- - Thursday, March 14, 2019


Cash is king — not so much these days.

Most folks purchasing a Curry Chickpea Bowl at Sweetgreen or a Nora Roberts novel at an Amazon brick-and-mortar store reflexively pay with a credit or debit card or an app — they might be surprised if they try a 20-dollar bill.

Those “Legal Tender for All Debts Public and Private” are no longer accepted at a growing list of restaurants and retailers.

Prior to MasterCard and Visa, the only take everywhere, everything means of payment was cash. Merchants were reluctant to accept out-of-town checks from travelers, who often purchased American Express Travelers Cheques.

Now, trying to buy a sandwich with cash or those Cheques can cause embarrassment, as businesses increasingly find cash a costly nuisance and expose them to pilfering.

Credit, debit and third-party apps require merchants to pay transactions fees to banks and services like PayPal or Apple Pay, but cash requires daily visits to banks to obtain small bills and coins to make change and end-of-day return hauls or expensive daily visits from Brink’s trucks to discourage late night holdups.

Cashless restaurants say checkout lines move more quickly during rush periods, though that depends on the speed of the connection to the payment service. At Thomas Sweet — Washington’s premier purveyor of ice cream — a sign firmly suggests cash on hot summer evenings. And who wants to be melting instead of indulging.

Paper money is dirty — a great conveyor of germs — and enables the gray market for tradesmen and merchants who sometimes forget to report all their sales to the IRS and local sales-tax authorities. And dark money enables terrorists and more ordinary criminals.

The Bank Secrecy Act requires bank tellers to report to the Treasury Crime Financial Crimes Enforcement Network unusual withdrawals exceeding $2,000 — without your knowledge.

Twenty years ago, many folks routinely paid for a shopping spree at high-end stores with cash but these days withdrawing large sums from the banks for that purpose invites an enquiry from someone as warm and cuddly as Joe Friday on the trail of a counterfeiter.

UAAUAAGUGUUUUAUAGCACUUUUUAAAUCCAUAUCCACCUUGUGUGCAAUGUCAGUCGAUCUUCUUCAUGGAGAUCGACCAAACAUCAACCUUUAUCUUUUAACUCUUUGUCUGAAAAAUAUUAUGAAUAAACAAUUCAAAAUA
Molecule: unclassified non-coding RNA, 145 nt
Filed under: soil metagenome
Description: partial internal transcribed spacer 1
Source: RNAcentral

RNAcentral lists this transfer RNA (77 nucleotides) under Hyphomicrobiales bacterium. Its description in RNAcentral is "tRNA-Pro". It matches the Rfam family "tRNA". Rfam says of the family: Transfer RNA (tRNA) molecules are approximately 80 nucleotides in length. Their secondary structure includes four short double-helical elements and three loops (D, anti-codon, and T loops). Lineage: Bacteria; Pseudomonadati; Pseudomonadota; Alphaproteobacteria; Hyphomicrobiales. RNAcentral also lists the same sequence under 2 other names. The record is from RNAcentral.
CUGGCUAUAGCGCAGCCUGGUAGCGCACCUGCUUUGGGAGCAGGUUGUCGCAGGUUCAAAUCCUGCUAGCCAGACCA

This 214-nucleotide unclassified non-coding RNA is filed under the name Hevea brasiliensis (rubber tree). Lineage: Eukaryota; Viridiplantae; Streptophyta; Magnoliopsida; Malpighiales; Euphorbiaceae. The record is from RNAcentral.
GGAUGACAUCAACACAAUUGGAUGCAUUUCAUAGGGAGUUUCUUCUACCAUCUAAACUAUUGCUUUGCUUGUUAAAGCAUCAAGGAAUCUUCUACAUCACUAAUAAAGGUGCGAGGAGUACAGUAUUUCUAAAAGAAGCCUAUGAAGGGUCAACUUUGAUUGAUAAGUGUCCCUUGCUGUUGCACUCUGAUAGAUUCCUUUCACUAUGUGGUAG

Local politicians in places like New York are complaining — or at least trolling for votes among preciously-minded, left-leaning professionals and gray marketers — that cashless stores discriminate against the poor, homeless and illegal immigrants.

Massachusetts and Philadelphia have passed statues requiring merchants to accept cash — though the City of Brotherly Love carves out parking garages and membership stores like Costco. The latter seems more likely the product of good lobbying than any genuine justifications — none would be competitively disadvantaged, made safer or more democratic than for example small convenience stores or gas stations if required to accept cash.

A proliferation of such laws — in New York City, Councilman Ritchie Torres is pushing one — would stifle innovation and the build out of artificial intelligence with its potential to boost productivity growth and raise wages.

At Amazon Go stores, shoppers register their mobile device and payments app when entering, software keeps track of what they put in their cart and they leave without passing a checkout line — faster, cheaper, better.

As that model proliferates, stores will become less expensive to operate and competition will drive down prices for consumers — poor folks as well as rich.

In China, reliance on cashless transactions is way ahead of the United States. Services like Alibaba’s Alipay and Tencent’s WeChat Pay are supplanting banks and forming partnerships across Europe and expanding in South Asia.

By smothering the domestic market, local protectionism in New York City and elsewhere would stifle the development of similar American technologies and erode the competitiveness of U.S. banks that are developing services similar to Apple Pay.

Already the federal government issues food stamps through debit cards. It would not be a big leap to make those more widely available and usable for more purposes than groceries. And to require banks and supermarkets to recharge government cards and transfer funds among cards — much as the subway systems transfer credits from expiring to new cards.

Tax refunds and paychecks could be issued via debit cards with funds transferable to other cards or bank accounts at physical locations or online.

Instead of pandering to voters by shackling progress, liberal politicians would better serve the interests of the poor by enabling them with mobile payment systems.

• Peter Morici is an economist and business professor at the University of Maryland, and a national columnist.

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